Baptist Press - Obama: Sin is what doesn't match 'my values' - News with a Christian Perspective


#1

Baptist Press - Obama: Sin is what doesn't match 'my values' - News with a Christian Perspective


#2

Peoples personal values can change...


#3

"Is President Obama a Christian, or not?"
Richard Land says: "You can`t know that without talking to him......" :confused:

Surely there`s enough evidence in his public statements and his actions to give a straight answer!!!


#4

[quote="Zundrah, post:2, topic:275824"]
Peoples personal values can change...

[/quote]

Personal values always change unless one is a Luddite idiot and is of completely closed mind and unwilling to learn as a human being. For most people, this stops in adulthood, as very few people are willing to publicly "go wherever the argument leads", as in my religious travails, or in the about-face of Christopher Hitchens from insane leftist/communist to something else - very publicly, and lost his job for it.

But, in any individual, compare the personal values of a twelve-year-old with those of a twenty-year-old. They're not the same. But sin is immutable. Is Obama a Christian? Went to a racist church, tries to appease Muslims in all things, and speaks of the "Holy Qur'an", pronounced in the authentic Arabic manner, in several of his speeches. Enough to make me doubt. I don't think he's a Muslim, but just an irreligious member of the "We're a Black Supremacist Non-judgmental Interfaith Ecumenical Church for the Age Where We Believe Religion is Irrelevant Even Though Militant Islam is Knocking at the Door"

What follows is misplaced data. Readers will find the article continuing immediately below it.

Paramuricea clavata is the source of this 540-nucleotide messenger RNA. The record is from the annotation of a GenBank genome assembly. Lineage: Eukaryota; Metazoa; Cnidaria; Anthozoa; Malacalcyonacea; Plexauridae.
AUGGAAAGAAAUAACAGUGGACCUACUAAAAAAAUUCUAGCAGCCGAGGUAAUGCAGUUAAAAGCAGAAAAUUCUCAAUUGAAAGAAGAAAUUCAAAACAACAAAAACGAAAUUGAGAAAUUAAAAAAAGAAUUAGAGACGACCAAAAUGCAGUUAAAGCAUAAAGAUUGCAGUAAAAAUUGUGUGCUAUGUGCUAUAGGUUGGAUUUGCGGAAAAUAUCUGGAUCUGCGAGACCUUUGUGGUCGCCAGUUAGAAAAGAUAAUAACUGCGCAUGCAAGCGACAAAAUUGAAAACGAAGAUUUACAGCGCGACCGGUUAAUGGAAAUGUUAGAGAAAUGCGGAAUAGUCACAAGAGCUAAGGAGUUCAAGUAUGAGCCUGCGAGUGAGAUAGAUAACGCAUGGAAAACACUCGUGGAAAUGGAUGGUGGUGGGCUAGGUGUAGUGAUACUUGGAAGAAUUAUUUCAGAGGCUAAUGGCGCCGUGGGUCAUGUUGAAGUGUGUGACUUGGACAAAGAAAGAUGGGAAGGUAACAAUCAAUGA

#5

Obama’s definition of sin is not the Christian definition of sin.


#6

"Jesus was a historical figure," :eek: Really? Is that the best he can answer? I always heard that answer from people that respect Jesus, but aren't Christian. But he calls himself Christian, and that he is influenced by everything else out there. It does sound like he picks and chooses from everything to support what OBAMA values, even what "Jesus says..." If he goes to bed at night believing he has transferred what he values to his daughters, not necessarily the principles of "his faith," he is happy. Just because a person believes something is not against his values, doesn't mean it is not a sin. (Unless they are the head of their own religion.)


#7

Here we go again: is he a Christian isn't he? Would someone please define the word "Christian"? Far as I know, it describes someone baptized in the name of Christ. You'd think religious organizations would all use the same definition but who knows? Obama's a special case so maybe he needs a unique, cloudy definition that changes with the political tide...

Also, nowhere in the interview do I see him saying "my personal values"; he said "my values". Assuming one is a Christian, one's values are Christian ones, no?

I wonder how Christian it is to play word games with an 8 yr old interview for the purpose of putting another's faith in doubt? Does that step outside of 'historic Christianity'? Hmm, might that make Baptist Press a possible Muslim organization...?


#8

Christian is another word for Nicene. There are plenty of people baptized in the name of Christ who aren't even nominal Christians - such as Jesus Name Pentecostals, Jehovah's Witnesses, and Mormons - for one, after the apostolic times, the only valid baptism is a Trinitarian one. And plenty baptized in the name of the Trinity that don't give two whits about their faith or what it teaches, but call themselves "Christian" - thus, "nominally" ("by name").